In April, 1977, President Jimmy Carter tried to rally the nation with his call to treat the U.S. energy crisis as "the moral equivalent of war." He later harangued Americans to lower their thermostats, don warm sweaters, and alter their lifestyles to help reduce U.S. energy consumption.
A quarter-century later, Vice-President Dick Cheney offered a strikingly different message. "Conservation may be a sign of personal virtue, but it is not a sufficient basis all by itself for sound, comprehensive energy policy," he said in April, 2001, articulating a Bush Administration doctrine still intact today. "Our strategy will recognize that the present crisis does not represent a failing of the American people."
The difference in these two approaches illustrates the stark change in the debate over how to deal with America's insatiable appetite for energy. Carter-era calls for sacrifice have yielded to widespread belief that new energy sources, greater oil and gas production, and smarter power use are the nation's best hope. Technology, rather than self- restraint, has become our savior.
This shouldn't come as a surprise in a culture where TiVo (TIVO), quick weight-loss products, and the wonder of overnight shipping promise instant gratification with minimal effort. Likewise, when it comes to breaking our habit of consuming more energy than we produce, most Americans want all gain and no pain.
It's not that consumers can't conserve. During the 2001 electricity crisis in California, an intensive public-awareness campaign and financial incentives helped spur a 6% drop in electricity use. But it took soaring prices and rolling blackouts to induce that behavior.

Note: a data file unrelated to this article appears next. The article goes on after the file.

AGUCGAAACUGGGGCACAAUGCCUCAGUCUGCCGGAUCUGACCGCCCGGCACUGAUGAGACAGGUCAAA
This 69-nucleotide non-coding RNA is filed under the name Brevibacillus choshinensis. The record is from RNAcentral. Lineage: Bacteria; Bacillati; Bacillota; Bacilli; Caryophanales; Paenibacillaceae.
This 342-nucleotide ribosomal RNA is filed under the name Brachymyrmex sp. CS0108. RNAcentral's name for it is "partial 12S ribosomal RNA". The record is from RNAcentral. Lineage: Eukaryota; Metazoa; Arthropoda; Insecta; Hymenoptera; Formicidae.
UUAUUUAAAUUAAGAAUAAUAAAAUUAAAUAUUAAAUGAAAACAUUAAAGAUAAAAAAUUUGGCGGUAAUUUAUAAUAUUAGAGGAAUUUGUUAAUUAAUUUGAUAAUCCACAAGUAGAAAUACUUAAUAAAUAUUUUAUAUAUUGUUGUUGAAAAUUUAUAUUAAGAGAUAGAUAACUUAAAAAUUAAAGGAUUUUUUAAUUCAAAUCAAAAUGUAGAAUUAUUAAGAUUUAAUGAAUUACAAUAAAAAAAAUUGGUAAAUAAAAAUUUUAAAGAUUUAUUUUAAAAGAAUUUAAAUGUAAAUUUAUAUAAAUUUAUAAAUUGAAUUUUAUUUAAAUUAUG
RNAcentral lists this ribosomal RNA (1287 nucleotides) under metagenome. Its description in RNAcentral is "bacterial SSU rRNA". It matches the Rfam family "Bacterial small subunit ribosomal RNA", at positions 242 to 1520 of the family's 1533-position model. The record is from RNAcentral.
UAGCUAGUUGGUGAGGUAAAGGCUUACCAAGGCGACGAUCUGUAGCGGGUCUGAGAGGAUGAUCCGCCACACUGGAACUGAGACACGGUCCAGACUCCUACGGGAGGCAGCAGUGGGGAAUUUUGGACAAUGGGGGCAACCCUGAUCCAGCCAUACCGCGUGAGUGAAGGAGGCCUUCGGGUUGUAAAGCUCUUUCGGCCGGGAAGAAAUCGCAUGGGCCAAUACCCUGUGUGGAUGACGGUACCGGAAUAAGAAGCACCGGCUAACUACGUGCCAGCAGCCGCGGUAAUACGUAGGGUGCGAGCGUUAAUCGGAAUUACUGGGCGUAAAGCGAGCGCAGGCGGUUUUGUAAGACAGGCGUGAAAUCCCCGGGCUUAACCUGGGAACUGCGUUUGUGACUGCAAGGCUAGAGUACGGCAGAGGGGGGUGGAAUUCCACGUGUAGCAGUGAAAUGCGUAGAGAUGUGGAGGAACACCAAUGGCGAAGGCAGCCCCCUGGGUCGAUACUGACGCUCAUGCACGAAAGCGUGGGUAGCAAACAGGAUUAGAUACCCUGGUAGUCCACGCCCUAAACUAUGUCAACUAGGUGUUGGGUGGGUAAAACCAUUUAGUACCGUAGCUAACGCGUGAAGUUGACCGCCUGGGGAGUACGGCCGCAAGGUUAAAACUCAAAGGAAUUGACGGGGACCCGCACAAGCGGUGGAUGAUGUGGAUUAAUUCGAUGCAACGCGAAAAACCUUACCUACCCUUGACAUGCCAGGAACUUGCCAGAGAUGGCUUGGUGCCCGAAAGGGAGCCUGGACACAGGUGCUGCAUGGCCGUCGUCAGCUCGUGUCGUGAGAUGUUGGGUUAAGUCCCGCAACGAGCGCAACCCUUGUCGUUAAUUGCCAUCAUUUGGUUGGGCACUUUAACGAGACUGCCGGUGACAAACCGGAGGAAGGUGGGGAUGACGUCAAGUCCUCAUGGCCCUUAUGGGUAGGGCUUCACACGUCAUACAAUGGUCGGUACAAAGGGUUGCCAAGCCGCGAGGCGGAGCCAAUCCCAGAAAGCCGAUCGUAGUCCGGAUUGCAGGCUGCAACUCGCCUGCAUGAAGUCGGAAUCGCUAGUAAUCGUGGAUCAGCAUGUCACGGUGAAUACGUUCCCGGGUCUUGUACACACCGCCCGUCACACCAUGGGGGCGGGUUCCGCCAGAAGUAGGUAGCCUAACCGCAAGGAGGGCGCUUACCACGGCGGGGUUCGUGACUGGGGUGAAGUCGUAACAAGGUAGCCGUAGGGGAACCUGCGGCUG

Instead, it's far more common to see conservation measures toned down because they cost (or merely inconvenience) voters. For example, the federal 55 mph maximum speed limit, set in the 1970s to curb gasoline use, was raised in 1987 and finally repealed in 1995. And a bill by Senator Richard J. Durbin (D-Ill.) to expand the gas-guzzler tax to cover light trucks, including some popular SUVs that would likely incur the levy, died last year.
Even proposals that might make a near-term difference in energy usage seem doomed if they require too much sacrifice. Take "feebates," one interesting scheme that would assess fees against buyers of vehicles that get poorer-than-average gas mileage while giving rebates to owners of cars with better-than-average mileage. But feebates could end up penalizing individual consumers (rather than auto makers, as today's fuel standards do), probably one reason proposals have made headway in only three states. They're even opposed by some conservation fans, who worry that poor families, who often require larger cars, would be hurt.
The lesson here: America's flirtation with "green" only goes so far, especially when consumers, rather than companies, are asked to shoulder the burden. Indeed, seriously conserving energy is a bit like tithing in church: a laudable goal that few actually practice. So while future technology may not be the only (or even the best) solution for America's energy deficit, it is certainly the least painful.
By James E. Ellis